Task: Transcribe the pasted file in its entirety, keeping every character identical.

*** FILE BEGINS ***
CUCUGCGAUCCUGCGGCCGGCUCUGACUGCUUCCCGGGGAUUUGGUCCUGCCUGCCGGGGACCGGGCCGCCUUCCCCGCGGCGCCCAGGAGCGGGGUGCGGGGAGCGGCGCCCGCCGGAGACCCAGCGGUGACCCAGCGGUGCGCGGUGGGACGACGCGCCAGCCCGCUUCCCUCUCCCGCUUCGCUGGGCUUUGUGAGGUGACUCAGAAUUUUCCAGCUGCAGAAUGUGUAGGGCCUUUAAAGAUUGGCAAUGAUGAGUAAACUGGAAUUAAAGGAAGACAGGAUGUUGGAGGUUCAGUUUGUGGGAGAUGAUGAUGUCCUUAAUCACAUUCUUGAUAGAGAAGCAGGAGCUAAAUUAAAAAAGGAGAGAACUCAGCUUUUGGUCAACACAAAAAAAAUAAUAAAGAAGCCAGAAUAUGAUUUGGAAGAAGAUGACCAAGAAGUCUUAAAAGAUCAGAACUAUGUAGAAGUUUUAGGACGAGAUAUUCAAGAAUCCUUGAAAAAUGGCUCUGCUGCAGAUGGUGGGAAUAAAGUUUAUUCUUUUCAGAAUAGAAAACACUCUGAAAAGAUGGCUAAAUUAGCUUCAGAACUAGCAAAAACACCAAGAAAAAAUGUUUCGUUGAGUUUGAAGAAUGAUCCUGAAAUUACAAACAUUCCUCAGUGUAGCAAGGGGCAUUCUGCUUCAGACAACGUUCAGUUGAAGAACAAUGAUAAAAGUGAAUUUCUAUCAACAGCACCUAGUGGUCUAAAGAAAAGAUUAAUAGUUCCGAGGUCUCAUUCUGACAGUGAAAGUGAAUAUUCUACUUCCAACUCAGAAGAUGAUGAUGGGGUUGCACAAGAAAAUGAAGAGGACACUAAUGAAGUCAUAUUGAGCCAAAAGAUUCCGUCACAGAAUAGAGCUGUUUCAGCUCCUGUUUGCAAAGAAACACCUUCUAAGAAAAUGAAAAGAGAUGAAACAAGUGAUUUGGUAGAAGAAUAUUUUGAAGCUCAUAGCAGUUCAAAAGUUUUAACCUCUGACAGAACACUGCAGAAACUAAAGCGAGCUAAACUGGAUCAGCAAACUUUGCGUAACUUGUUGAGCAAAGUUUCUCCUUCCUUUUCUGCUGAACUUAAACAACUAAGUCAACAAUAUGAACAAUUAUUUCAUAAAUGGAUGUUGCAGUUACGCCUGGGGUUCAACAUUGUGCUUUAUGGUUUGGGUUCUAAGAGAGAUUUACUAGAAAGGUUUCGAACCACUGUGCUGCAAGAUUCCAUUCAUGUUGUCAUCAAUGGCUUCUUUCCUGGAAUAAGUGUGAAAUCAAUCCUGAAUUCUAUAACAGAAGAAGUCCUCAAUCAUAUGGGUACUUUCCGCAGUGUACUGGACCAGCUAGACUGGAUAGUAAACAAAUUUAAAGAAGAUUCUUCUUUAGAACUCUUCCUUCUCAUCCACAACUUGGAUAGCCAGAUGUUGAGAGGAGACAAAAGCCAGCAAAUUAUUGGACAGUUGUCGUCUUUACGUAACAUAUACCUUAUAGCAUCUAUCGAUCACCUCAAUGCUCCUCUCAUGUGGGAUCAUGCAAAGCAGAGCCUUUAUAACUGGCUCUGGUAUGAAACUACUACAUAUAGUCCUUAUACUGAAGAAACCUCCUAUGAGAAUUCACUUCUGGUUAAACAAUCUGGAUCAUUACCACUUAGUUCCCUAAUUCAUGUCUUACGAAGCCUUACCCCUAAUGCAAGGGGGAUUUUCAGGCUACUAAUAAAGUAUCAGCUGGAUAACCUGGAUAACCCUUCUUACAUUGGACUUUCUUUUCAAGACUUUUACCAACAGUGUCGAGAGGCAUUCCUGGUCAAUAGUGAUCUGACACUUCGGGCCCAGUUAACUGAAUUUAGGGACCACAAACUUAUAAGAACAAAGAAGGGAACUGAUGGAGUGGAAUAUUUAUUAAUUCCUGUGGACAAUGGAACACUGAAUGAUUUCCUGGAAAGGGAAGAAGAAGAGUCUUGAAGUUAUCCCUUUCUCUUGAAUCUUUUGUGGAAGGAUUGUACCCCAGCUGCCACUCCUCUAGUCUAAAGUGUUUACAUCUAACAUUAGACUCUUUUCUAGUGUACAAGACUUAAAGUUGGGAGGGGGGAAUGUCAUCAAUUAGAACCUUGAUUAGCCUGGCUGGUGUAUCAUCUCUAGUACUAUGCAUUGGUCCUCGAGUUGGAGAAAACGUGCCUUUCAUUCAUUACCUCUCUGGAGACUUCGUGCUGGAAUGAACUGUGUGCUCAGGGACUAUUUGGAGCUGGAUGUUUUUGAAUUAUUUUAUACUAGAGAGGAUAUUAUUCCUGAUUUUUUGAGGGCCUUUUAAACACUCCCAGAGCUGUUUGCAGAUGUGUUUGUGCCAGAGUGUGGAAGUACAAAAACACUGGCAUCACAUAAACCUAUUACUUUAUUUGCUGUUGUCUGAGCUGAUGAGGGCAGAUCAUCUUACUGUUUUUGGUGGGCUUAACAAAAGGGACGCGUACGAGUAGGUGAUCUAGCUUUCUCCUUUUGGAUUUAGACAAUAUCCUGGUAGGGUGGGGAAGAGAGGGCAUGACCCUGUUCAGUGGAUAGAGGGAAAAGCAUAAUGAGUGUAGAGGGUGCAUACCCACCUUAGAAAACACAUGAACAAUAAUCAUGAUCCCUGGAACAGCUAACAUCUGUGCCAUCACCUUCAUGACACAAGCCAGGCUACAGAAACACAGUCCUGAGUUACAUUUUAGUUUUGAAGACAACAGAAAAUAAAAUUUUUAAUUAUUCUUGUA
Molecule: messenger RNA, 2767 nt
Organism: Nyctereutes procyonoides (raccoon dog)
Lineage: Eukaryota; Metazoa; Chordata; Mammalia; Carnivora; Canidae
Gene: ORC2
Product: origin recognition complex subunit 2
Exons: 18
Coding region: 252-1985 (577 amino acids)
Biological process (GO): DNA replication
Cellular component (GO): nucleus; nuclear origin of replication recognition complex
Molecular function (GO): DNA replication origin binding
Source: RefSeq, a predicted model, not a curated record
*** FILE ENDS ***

CUCUGCGAUCCUGCGGCCGGCUCUGACUGCUUCCCGGGGAUUUGGUCCUGCCUGCCGGGGACCGGGCCGCCUUCCCCGCGGCGCCCAGGAGCGGGGUGCGGGGAGCGGCGCCCGCCGGAGACCCAGCGGUGACCCAGCGGUGCGCGGUGGGACGACGCGCCAGCCCGCUUCCCUCUCCCGCUUCGCUGGGCUUUGUGAGGUGACUCAGAAUUUUCCAGCUGCAGAAUGUGUAGGGCCUUUAAAGAUUGGCAAUGAUGAGUAAACUGGAAUUAAAGGAAGACAGGAUGUUGGAGGUUCAGUUUGUGGGAGAUGAUGAUGUCCUUAAUCACAUUCUUGAUAGAGAAGCAGGAGCUAAAUUAAAAAAGGAGAGAACUCAGCUUUUGGUCAACACAAAAAAAAUAAUAAAGAAGCCAGAAUAUGAUUUGGAAGAAGAUGACCAAGAAGUCUUAAAAGAUCAGAACUAUGUAGAAGUUUUAGGACGAGAUAUUCAAGAAUCCUUGAAAAAUGGCUCUGCUGCAGAUGGUGGGAAUAAAGUUUAUUCUUUUCAGAAUAGAAAACACUCUGAAAAGAUGGCUAAAUUAGCUUCAGAACUAGCAAAAACACCAAGAAAAAAUGUUUCGUUGAGUUUGAAGAAUGAUCCUGAAAUUACAAACAUUCCUCAGUGUAGCAAGGGGCAUUCUGCUUCAGACAACGUUCAGUUGAAGAACAAUGAUAAAAGUGAAUUUCUAUCAACAGCACCUAGUGGUCUAAAGAAAAGAUUAAUAGUUCCGAGGUCUCAUUCUGACAGUGAAAGUGAAUAUUCUACUUCCAACUCAGAAGAUGAUGAUGGGGUUGCACAAGAAAAUGAAGAGGACACUAAUGAAGUCAUAUUGAGCCAAAAGAUUCCGUCACAGAAUAGAGCUGUUUCAGCUCCUGUUUGCAAAGAAACACCUUCUAAGAAAAUGAAAAGAGAUGAAACAAGUGAUUUGGUAGAAGAAUAUUUUGAAGCUCAUAGCAGUUCAAAAGUUUUAACCUCUGACAGAACACUGCAGAAACUAAAGCGAGCUAAACUGGAUCAGCAAACUUUGCGUAACUUGUUGAGCAAAGUUUCUCCUUCCUUUUCUGCUGAACUUAAACAACUAAGUCAACAAUAUGAACAAUUAUUUCAUAAAUGGAUGUUGCAGUUACGCCUGGGGUUCAACAUUGUGCUUUAUGGUUUGGGUUCUAAGAGAGAUUUACUAGAAAGGUUUCGAACCACUGUGCUGCAAGAUUCCAUUCAUGUUGUCAUCAAUGGCUUCUUUCCUGGAAUAAGUGUGAAAUCAAUCCUGAAUUCUAUAACAGAAGAAGUCCUCAAUCAUAUGGGUACUUUCCGCAGUGUACUGGACCAGCUAGACUGGAUAGUAAACAAAUUUAAAGAAGAUUCUUCUUUAGAACUCUUCCUUCUCAUCCACAACUUGGAUAGCCAGAUGUUGAGAGGAGACAAAAGCCAGCAAAUUAUUGGACAGUUGUCGUCUUUACGUAACAUAUACCUUAUAGCAUCUAUCGAUCACCUCAAUGCUCCUCUCAUGUGGGAUCAUGCAAAGCAGAGCCUUUAUAACUGGCUCUGGUAUGAAACUACUACAUAUAGUCCUUAUACUGAAGAAACCUCCUAUGAGAAUUCACUUCUGGUUAAACAAUCUGGAUCAUUACCACUUAGUUCCCUAAUUCAUGUCUUACGAAGCCUUACCCCUAAUGCAAGGGGGAUUUUCAGGCUACUAAUAAAGUAUCAGCUGGAUAACCUGGAUAACCCUUCUUACAUUGGACUUUCUUUUCAAGACUUUUACCAACAGUGUCGAGAGGCAUUCCUGGUCAAUAGUGAUCUGACACUUCGGGCCCAGUUAACUGAAUUUAGGGACCACAAACUUAUAAGAACAAAGAAGGGAACUGAUGGAGUGGAAUAUUUAUUAAUUCCUGUGGACAAUGGAACACUGAAUGAUUUCCUGGAAAGGGAAGAAGAAGAGUCUUGAAGUUAUCCCUUUCUCUUGAAUCUUUUGUGGAAGGAUUGUACCCCAGCUGCCACUCCUCUAGUCUAAAGUGUUUACAUCUAACAUUAGACUCUUUUCUAGUGUACAAGACUUAAAGUUGGGAGGGGGGAAUGUCAUCAAUUAGAACCUUGAUUAGCCUGGCUGGUGUAUCAUCUCUAGUACUAUGCAUUGGUCCUCGAGUUGGAGAAAACGUGCCUUUCAUUCAUUACCUCUCUGGAGACUUCGUGCUGGAAUGAACUGUGUGCUCAGGGACUAUUUGGAGCUGGAUGUUUUUGAAUUAUUUUAUACUAGAGAGGAUAUUAUUCCUGAUUUUUUGAGGGCCUUUUAAACACUCCCAGAGCUGUUUGCAGAUGUGUUUGUGCCAGAGUGUGGAAGUACAAAAACACUGGCAUCACAUAAACCUAUUACUUUAUUUGCUGUUGUCUGAGCUGAUGAGGGCAGAUCAUCUUACUGUUUUUGGUGGGCUUAACAAAAGGGACGCGUACGAGUAGGUGAUCUAGCUUUCUCCUUUUGGAUUUAGACAAUAUCCUGGUAGGGUGGGGAAGAGAGGGCAUGACCCUGUUCAGUGGAUAGAGGGAAAAGCAUAAUGAGUGUAGAGGGUGCAUACCCACCUUAGAAAACACAUGAACAAUAAUCAUGAUCCCUGGAACAGCUAACAUCUGUGCCAUCACCUUCAUGACACAAGCCAGGCUACAGAAACACAGUCCUGAGUUACAUUUUAGUUUUGAAGACAACAGAAAAUAAAAUUUUUAAUUAUUCUUGUA
Molecule: messenger RNA, 2767 nt
Organism: Nyctereutes procyonoides (raccoon dog)
Lineage: Eukaryota; Metazoa; Chordata; Mammalia; Carnivora; Canidae
Gene: ORC2
Product: origin recognition complex subunit 2
Exons: 18
Coding region: 252-1985 (577 amino acids)
Biological process (GO): DNA replication
Cellular component (GO): nucleus; nuclear origin of replication recognition complex
Molecular function (GO): DNA replication origin binding
Source: RefSeq, a predicted model, not a curated record